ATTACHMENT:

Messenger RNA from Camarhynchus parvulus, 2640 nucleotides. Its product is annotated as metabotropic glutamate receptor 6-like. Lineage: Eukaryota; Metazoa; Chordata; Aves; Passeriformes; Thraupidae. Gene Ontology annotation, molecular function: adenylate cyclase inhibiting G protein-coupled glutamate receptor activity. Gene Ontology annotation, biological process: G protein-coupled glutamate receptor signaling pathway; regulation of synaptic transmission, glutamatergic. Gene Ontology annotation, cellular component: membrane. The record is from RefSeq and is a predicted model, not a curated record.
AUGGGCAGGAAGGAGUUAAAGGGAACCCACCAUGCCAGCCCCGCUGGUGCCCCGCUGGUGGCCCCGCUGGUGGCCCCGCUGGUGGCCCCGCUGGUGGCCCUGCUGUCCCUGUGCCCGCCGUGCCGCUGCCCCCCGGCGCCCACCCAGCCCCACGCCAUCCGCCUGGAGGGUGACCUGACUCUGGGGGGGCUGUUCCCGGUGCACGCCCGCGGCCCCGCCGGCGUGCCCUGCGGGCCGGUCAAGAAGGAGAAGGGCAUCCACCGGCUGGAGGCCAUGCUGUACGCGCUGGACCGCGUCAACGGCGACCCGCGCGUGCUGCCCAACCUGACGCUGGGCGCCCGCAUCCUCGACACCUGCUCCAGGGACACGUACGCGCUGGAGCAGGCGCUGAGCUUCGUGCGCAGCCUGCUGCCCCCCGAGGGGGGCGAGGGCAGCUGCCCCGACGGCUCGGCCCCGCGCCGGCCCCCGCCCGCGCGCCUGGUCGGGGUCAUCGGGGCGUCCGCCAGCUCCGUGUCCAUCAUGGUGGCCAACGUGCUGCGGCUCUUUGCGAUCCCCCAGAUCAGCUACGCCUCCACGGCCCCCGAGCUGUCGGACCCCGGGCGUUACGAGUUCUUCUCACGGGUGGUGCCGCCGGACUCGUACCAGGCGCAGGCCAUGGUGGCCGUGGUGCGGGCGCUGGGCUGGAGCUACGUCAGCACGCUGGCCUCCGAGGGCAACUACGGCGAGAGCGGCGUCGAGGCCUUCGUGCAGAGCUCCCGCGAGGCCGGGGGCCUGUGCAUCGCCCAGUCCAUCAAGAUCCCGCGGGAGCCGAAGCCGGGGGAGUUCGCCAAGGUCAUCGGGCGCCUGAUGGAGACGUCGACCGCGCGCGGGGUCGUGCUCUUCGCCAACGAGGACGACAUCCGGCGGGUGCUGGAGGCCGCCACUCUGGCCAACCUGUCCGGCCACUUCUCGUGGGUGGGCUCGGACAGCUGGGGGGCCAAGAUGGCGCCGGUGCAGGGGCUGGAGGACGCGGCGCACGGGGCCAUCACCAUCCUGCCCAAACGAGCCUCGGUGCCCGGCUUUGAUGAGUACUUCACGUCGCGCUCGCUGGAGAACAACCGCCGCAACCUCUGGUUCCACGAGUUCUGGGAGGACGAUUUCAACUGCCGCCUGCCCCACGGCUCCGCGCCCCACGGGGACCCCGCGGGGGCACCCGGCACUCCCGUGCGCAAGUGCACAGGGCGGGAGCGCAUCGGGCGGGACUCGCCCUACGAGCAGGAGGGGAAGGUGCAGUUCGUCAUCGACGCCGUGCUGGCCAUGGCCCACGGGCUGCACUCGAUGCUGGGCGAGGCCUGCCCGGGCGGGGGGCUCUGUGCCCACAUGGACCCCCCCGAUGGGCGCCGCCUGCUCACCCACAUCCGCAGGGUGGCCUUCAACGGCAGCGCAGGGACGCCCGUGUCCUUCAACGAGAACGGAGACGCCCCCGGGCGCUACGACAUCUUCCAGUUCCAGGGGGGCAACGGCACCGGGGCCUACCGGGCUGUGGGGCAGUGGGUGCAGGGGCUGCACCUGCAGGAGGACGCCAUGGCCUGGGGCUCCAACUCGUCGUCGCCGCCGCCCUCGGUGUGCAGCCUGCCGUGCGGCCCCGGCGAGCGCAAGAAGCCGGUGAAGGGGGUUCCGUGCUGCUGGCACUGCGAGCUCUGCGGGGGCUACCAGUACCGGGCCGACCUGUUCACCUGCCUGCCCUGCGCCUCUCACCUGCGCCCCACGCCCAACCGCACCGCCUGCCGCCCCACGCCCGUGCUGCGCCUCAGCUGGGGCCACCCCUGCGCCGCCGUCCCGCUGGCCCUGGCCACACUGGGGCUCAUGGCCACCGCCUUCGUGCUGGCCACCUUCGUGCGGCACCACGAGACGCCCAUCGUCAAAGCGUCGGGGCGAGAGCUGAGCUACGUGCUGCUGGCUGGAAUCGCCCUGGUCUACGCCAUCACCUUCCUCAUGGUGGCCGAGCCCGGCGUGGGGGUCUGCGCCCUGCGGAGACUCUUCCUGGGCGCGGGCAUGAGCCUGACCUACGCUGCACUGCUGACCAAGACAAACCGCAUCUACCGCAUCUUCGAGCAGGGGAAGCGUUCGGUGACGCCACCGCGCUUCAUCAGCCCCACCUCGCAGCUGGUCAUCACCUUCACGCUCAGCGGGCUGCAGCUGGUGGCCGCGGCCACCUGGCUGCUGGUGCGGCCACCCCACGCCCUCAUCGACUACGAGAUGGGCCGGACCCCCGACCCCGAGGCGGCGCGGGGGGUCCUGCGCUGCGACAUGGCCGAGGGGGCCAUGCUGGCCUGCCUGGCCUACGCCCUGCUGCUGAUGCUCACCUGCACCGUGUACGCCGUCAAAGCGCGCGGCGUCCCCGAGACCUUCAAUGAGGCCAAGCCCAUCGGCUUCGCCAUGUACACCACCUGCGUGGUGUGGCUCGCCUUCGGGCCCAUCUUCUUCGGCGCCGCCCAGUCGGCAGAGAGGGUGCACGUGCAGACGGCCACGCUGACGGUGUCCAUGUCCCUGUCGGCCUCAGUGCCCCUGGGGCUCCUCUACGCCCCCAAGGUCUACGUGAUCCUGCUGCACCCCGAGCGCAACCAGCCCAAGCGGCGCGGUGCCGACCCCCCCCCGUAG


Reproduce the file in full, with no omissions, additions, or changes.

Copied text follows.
Messenger RNA from Camarhynchus parvulus, 2640 nucleotides. Its product is annotated as metabotropic glutamate receptor 6-like. Lineage: Eukaryota; Metazoa; Chordata; Aves; Passeriformes; Thraupidae. Gene Ontology annotation, molecular function: adenylate cyclase inhibiting G protein-coupled glutamate receptor activity. Gene Ontology annotation, biological process: G protein-coupled glutamate receptor signaling pathway; regulation of synaptic transmission, glutamatergic. Gene Ontology annotation, cellular component: membrane. The record is from RefSeq and is a predicted model, not a curated record.
AUGGGCAGGAAGGAGUUAAAGGGAACCCACCAUGCCAGCCCCGCUGGUGCCCCGCUGGUGGCCCCGCUGGUGGCCCCGCUGGUGGCCCCGCUGGUGGCCCUGCUGUCCCUGUGCCCGCCGUGCCGCUGCCCCCCGGCGCCCACCCAGCCCCACGCCAUCCGCCUGGAGGGUGACCUGACUCUGGGGGGGCUGUUCCCGGUGCACGCCCGCGGCCCCGCCGGCGUGCCCUGCGGGCCGGUCAAGAAGGAGAAGGGCAUCCACCGGCUGGAGGCCAUGCUGUACGCGCUGGACCGCGUCAACGGCGACCCGCGCGUGCUGCCCAACCUGACGCUGGGCGCCCGCAUCCUCGACACCUGCUCCAGGGACACGUACGCGCUGGAGCAGGCGCUGAGCUUCGUGCGCAGCCUGCUGCCCCCCGAGGGGGGCGAGGGCAGCUGCCCCGACGGCUCGGCCCCGCGCCGGCCCCCGCCCGCGCGCCUGGUCGGGGUCAUCGGGGCGUCCGCCAGCUCCGUGUCCAUCAUGGUGGCCAACGUGCUGCGGCUCUUUGCGAUCCCCCAGAUCAGCUACGCCUCCACGGCCCCCGAGCUGUCGGACCCCGGGCGUUACGAGUUCUUCUCACGGGUGGUGCCGCCGGACUCGUACCAGGCGCAGGCCAUGGUGGCCGUGGUGCGGGCGCUGGGCUGGAGCUACGUCAGCACGCUGGCCUCCGAGGGCAACUACGGCGAGAGCGGCGUCGAGGCCUUCGUGCAGAGCUCCCGCGAGGCCGGGGGCCUGUGCAUCGCCCAGUCCAUCAAGAUCCCGCGGGAGCCGAAGCCGGGGGAGUUCGCCAAGGUCAUCGGGCGCCUGAUGGAGACGUCGACCGCGCGCGGGGUCGUGCUCUUCGCCAACGAGGACGACAUCCGGCGGGUGCUGGAGGCCGCCACUCUGGCCAACCUGUCCGGCCACUUCUCGUGGGUGGGCUCGGACAGCUGGGGGGCCAAGAUGGCGCCGGUGCAGGGGCUGGAGGACGCGGCGCACGGGGCCAUCACCAUCCUGCCCAAACGAGCCUCGGUGCCCGGCUUUGAUGAGUACUUCACGUCGCGCUCGCUGGAGAACAACCGCCGCAACCUCUGGUUCCACGAGUUCUGGGAGGACGAUUUCAACUGCCGCCUGCCCCACGGCUCCGCGCCCCACGGGGACCCCGCGGGGGCACCCGGCACUCCCGUGCGCAAGUGCACAGGGCGGGAGCGCAUCGGGCGGGACUCGCCCUACGAGCAGGAGGGGAAGGUGCAGUUCGUCAUCGACGCCGUGCUGGCCAUGGCCCACGGGCUGCACUCGAUGCUGGGCGAGGCCUGCCCGGGCGGGGGGCUCUGUGCCCACAUGGACCCCCCCGAUGGGCGCCGCCUGCUCACCCACAUCCGCAGGGUGGCCUUCAACGGCAGCGCAGGGACGCCCGUGUCCUUCAACGAGAACGGAGACGCCCCCGGGCGCUACGACAUCUUCCAGUUCCAGGGGGGCAACGGCACCGGGGCCUACCGGGCUGUGGGGCAGUGGGUGCAGGGGCUGCACCUGCAGGAGGACGCCAUGGCCUGGGGCUCCAACUCGUCGUCGCCGCCGCCCUCGGUGUGCAGCCUGCCGUGCGGCCCCGGCGAGCGCAAGAAGCCGGUGAAGGGGGUUCCGUGCUGCUGGCACUGCGAGCUCUGCGGGGGCUACCAGUACCGGGCCGACCUGUUCACCUGCCUGCCCUGCGCCUCUCACCUGCGCCCCACGCCCAACCGCACCGCCUGCCGCCCCACGCCCGUGCUGCGCCUCAGCUGGGGCCACCCCUGCGCCGCCGUCCCGCUGGCCCUGGCCACACUGGGGCUCAUGGCCACCGCCUUCGUGCUGGCCACCUUCGUGCGGCACCACGAGACGCCCAUCGUCAAAGCGUCGGGGCGAGAGCUGAGCUACGUGCUGCUGGCUGGAAUCGCCCUGGUCUACGCCAUCACCUUCCUCAUGGUGGCCGAGCCCGGCGUGGGGGUCUGCGCCCUGCGGAGACUCUUCCUGGGCGCGGGCAUGAGCCUGACCUACGCUGCACUGCUGACCAAGACAAACCGCAUCUACCGCAUCUUCGAGCAGGGGAAGCGUUCGGUGACGCCACCGCGCUUCAUCAGCCCCACCUCGCAGCUGGUCAUCACCUUCACGCUCAGCGGGCUGCAGCUGGUGGCCGCGGCCACCUGGCUGCUGGUGCGGCCACCCCACGCCCUCAUCGACUACGAGAUGGGCCGGACCCCCGACCCCGAGGCGGCGCGGGGGGUCCUGCGCUGCGACAUGGCCGAGGGGGCCAUGCUGGCCUGCCUGGCCUACGCCCUGCUGCUGAUGCUCACCUGCACCGUGUACGCCGUCAAAGCGCGCGGCGUCCCCGAGACCUUCAAUGAGGCCAAGCCCAUCGGCUUCGCCAUGUACACCACCUGCGUGGUGUGGCUCGCCUUCGGGCCCAUCUUCUUCGGCGCCGCCCAGUCGGCAGAGAGGGUGCACGUGCAGACGGCCACGCUGACGGUGUCCAUGUCCCUGUCGGCCUCAGUGCCCCUGGGGCUCCUCUACGCCCCCAAGGUCUACGUGAUCCUGCUGCACCCCGAGCGCAACCAGCCCAAGCGGCGCGGUGCCGACCCCCCCCCGUAG